A year has passed since the Covid-19 pandemic began and the future of travel is still very uncertain. Governments and operators have been reluctant to announce when international leisure trips will resume, and what restrictions will be in place to combat any potential risks, and keep passengers and crew safe.
This unpredictability, and perhaps the now notorious images of holidaymakers and staff stranded upon the gigantic Diamond Princess liner during the first wave of the pandemic, that is steering tourists towards smaller, more nimble liners.
Adam Coulter, managing editor of Cruise Critic UK, a leading cruise review site, says they have seen a significant increase in interest in small ship cruising. In a recent survey of its readership, 20% said they will look to book their next cruise on a smaller ship.
“We’re also seeing that reflected in shopping and booking data; cruisers are spending more this year compared to last year and much of that is booking on smaller ships,” he explains.
Interest in small ship expedition voyages had increased in popularity over the last few years anyway, says Monique Ponfoort, CEO of Aurora Expeditions, which takes small groups of travellers on voyages. She expects the pandemic to accelerate this trend.
“We see that the pandemic has changed the way people perceive travel and the experiences they are looking for. What we hear from our expeditioners is they want to visit hard to reach, bucket-list destinations that are only accessible by small ships,” she says.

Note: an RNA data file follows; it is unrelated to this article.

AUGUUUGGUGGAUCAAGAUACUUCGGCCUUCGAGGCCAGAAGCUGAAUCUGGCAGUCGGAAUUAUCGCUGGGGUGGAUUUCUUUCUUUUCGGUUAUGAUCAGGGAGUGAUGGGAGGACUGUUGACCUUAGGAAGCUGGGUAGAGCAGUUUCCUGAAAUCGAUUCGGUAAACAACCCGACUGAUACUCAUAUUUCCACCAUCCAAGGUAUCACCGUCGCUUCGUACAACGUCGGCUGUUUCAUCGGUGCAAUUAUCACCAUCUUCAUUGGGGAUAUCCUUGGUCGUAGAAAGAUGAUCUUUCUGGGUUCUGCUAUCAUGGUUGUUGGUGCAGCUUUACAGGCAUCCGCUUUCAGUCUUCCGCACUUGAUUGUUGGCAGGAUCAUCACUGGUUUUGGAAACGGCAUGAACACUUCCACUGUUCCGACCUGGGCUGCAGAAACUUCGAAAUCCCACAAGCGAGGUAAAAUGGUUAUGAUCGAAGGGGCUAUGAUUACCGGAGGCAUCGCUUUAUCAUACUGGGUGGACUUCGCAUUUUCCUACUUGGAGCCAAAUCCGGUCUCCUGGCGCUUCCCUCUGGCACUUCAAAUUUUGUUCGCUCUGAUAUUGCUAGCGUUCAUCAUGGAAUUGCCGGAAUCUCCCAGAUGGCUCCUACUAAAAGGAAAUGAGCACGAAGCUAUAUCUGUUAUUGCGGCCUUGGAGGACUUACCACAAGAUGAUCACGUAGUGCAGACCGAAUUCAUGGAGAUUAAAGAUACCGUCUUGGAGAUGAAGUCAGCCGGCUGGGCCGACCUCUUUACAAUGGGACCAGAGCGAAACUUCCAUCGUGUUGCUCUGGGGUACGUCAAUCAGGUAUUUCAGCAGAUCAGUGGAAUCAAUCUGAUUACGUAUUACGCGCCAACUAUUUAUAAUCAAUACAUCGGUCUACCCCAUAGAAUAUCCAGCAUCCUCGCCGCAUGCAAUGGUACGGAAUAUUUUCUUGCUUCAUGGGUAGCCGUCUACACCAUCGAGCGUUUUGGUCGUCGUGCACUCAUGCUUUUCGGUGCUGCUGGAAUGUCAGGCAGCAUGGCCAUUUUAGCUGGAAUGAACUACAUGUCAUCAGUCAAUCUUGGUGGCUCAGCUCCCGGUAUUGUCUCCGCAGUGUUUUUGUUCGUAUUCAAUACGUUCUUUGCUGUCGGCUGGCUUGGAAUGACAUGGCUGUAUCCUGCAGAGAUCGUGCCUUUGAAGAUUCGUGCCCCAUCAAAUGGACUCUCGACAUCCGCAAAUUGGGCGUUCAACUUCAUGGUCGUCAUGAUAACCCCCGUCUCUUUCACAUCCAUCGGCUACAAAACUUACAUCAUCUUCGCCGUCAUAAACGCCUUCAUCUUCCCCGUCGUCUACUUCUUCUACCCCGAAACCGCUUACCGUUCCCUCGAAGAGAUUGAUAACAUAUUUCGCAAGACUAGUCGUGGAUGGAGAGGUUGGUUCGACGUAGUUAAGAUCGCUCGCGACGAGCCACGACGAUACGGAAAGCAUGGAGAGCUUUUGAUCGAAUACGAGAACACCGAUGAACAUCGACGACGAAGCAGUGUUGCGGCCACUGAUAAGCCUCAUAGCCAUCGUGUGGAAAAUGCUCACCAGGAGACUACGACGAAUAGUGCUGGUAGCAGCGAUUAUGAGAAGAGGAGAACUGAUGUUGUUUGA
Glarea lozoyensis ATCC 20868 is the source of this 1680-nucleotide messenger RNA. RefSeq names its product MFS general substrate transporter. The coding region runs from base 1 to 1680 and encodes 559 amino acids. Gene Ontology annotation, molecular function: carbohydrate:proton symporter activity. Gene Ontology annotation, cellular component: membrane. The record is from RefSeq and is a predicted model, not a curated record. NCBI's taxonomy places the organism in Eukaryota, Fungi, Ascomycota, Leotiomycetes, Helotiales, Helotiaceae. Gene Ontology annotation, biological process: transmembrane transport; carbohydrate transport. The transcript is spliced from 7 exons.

The new Outlook on Expedition Cruises report, which surveyed more than 750 travel advisors, revealed that fifty-three percent said they believe there is going to be at least a 10% – 25% increase in their expedition cruise sales this year. The travel advisors believe the three main factors will be wildlife experience, adventure travel and cruise itinerary.
Aurora has seen a significant response from potential passengers for its newly-launched Global and Arctic Voyages programme in 2022, on board the new purpose-built expedition ship, Dr Sylvia Earle, which it is set to take delivery of in October.
Destinations will include Baja California and the Sea of Cortez, the Aleutian Islands off the northern coast of Alaska, and Kuril Island near Japan.
The company is also planning a programme of trips for its other vessel, the Greg Mortimer, around Australia in summer 2021, followed by a voyage to the Ross Sea and Commonwealth Bay in East Antarctica at the end of the year. The company has also adapted vessels to include a full medical facility, including dedicated isolation cabins and a PCR testing lab.
Fewer passengers, more flexibility
Smaller vessels carry around 130 passengers compared to thousands on bigger ships. In the US this makes them exempt from the US Centers for Disease Control’s ‘Framework for Conditional Sailing order’ which will guide the safe return of large liners carrying 250 or more passengers. The recent guidance issued by the centre was widely rejected by the industry.
Furthermore, fewer passengers may be particularly appealing for cruisers, whose confidence in the industry has been severely dented. The University of Western Australia survey, conducted in March of both cruisers and non-cruisers, found that 47% said they don’t trust cruise lines to look after them if something goes wrong.
The study, which surveyed 600 people in the UK and Australia, revealed a further two-thirds admitted they were less willing to cruise as a result of the pandemic, while 69% said they feel less positive about cruising now.